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Posted: 10/30/2001 1:13:46 PM EDT
1. 400-500 bucks 2. Reliable 3. Good for whitetails on up to Grizzlies 4. Compact and light 5. Accurate (1-2" groups at 100 yards) 6. With a 45/70 load of 300 grain hollowpoint at 1300 fps, a good home-defense gun 7. With the same load, not bad for plinking, use cast lead instead of hollowpoints All in all, my absolute favorite gun. A close second would be my AR15. Just my 0.000002 cents.
Link Posted: 10/30/2001 1:16:55 PM EDT
I want one real bad, but Im torn between the 45-70 and the new .450 Marlin. Im leaning towards the 45-70 just because it has proven itself many times, been around over a hundred years. But there is still something that tells me to go for the bigger boomer. why did you go with the 45-70?
Link Posted: 10/30/2001 1:26:43 PM EDT
The 45/70 can be loaded to be ballistically identical to the 450. In fact, all a 450 marlin is is a 45/70 loaded to its full operating pressure. The issue is that 45/70 factory loads are loaded down because most people who shoot the 45/70 do so in antique guns that were built before the advent of smokeless powder. Their actions are weaker and can not take the higher pressure of the 45/70 loaded with a full load of smokeless. The marlins can take the higher pressure of a fully loaded 45/70. Basically what marlin did was, in order to get around the antique gun problem, added a belt to 45/70 brass so that it will not fit in a antique gun and then loaded the round to its potential and called it the 450 marlin. Basically, there were more factory loads for the 45/70, and I could handload it to be identical to the 450 marlin. Also the ammo and components of the 45/70 were cheaper, so I could shoot more. One thing, however, I do not know if the 450 marlin can shoot 45/70 safely. The brass and bullet dimensions should be the same, and the belting on the 450 marlin case should keep a 450 out of 45/70 but not the other way around. If this is the case, I would go with the 1895m so you can have maximum flexibility.
Link Posted: 10/30/2001 1:27:30 PM EDT
I had one in 45-70 except it wasn't the guide gun, it had the 22" barrel. I sold it before I had my surgery. Something about a big fat cartridge raises the testosterone level. [:D]
Link Posted: 10/30/2001 1:34:46 PM EDT
I might just go with the .450 IF its possible to shoot botrh. But I have not heard anything about it eother way. I dont reload right now, so who makes the hottest 45-70 loads? Are any loaded over pressures tolerances of the old springfield trapdoor?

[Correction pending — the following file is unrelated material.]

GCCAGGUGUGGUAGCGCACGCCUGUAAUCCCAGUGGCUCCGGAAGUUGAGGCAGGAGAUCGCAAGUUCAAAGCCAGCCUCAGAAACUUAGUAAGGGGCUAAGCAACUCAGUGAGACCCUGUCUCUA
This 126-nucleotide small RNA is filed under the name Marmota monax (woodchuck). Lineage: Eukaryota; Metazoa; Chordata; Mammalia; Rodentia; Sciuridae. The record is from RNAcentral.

Link Posted: 10/30/2001 1:56:20 PM EDT
If you reload, Hogdon has some hot data. I was in doubt that they were safe for my Browning 1886. I e-mailed Hogdon and they replied that the loads were safe for a Trapdoor Springfield!! Some loads were over 2200 fps with a 300 gr jacketed bullet. I wouldn't shoot them in a Trapdoor, but I did in my 1886..A grizzly killer if the ever was one. Plus, for fun you can load with black powder...thats always a blast. The 45-70 is an all around fun cartridge.
Link Posted: 10/30/2001 2:04:04 PM EDT
Buffalo bullets makes some awesome loads for the 45-70
Link Posted: 10/30/2001 2:25:11 PM EDT
Garrett makes the hottest loads for the 45-70. DO NOT try to fire a 45-70 in a 450 Marlin, they headspace differently.
Link Posted: 10/30/2001 2:36:04 PM EDT
Go with the 45-70. It will do anything the 450 Marlin does plus it will be here tomorrow. The 450 Marlin is just a lawyer-designed imitation of the 45-70.
Link Posted: 10/30/2001 2:58:13 PM EDT
[Last Edit: 10/30/2001 2:54:35 PM EDT by sopmodm4]
I used to shoot 500gr swaged lead bullets in my 45/70 Marlin lever gun and I'll tell you that it didn't hold up too long after about 200 of my Ruger #1 reloads with the 500gr bullets that thing auto cycled and nearly tore my fingers off.I really do like that guide gun though I have thought about about doing the .450 Marlin thing just because it's made to live at those pressures and is a stronger case and since I reload anything except military calibers it would be a smart move.I especially like the idea of the little porting job they did on them.I wonder if it really works that well?
Link Posted: 10/30/2001 3:57:53 PM EDT
A 300 grain 45 caliber projo travelling at 2200 fps, will kill anything that walks on land. If you need more power than that, then you need to look at something like a 458 win mag, or weatherby 460. The 45-70 is a prolific round that can be down loaded to plinking levels. I suspect the 450 will fade to black. You need to go check out the price for 450 ammo, OUCH!! Waterdog
Link Posted: 10/30/2001 7:57:02 PM EDT
What is the current price for a box of 20 for the 450? Isnt Hornaday the only ones produceing ammo for it right now? What does a box of 45-70 go for?
Link Posted: 10/31/2001 3:43:28 AM EDT
I also recommend the 45-70 over the .450 Marlin: - Cheaper ammo - More available ammo (try finding the 450 in the X-Mart!) - Brass easier to get for reloading - 45-70 can be loaded to 450 levels in the proper firearm (i.e. Guide gun or Ruger #1). - I think its a good bet that the 45-70 will be here the next 100 years I love my Guide Gun. Great for hogs too! Merlin
Link Posted: 10/31/2001 6:55:50 AM EDT
A 20 round box of pmc 405 grain is $12-13 around these parts. The hornady is about $20. Garrett Cartridge www.garrettcartridges.com makes the really hot loads. I highly suggest getting into reloading if you are going to shoot the 45/70. It can shrink the cost of a round to about $.10-.20 as well as allowing you to load for whatever you are going to do with the round, from plinking to grizzly bear.
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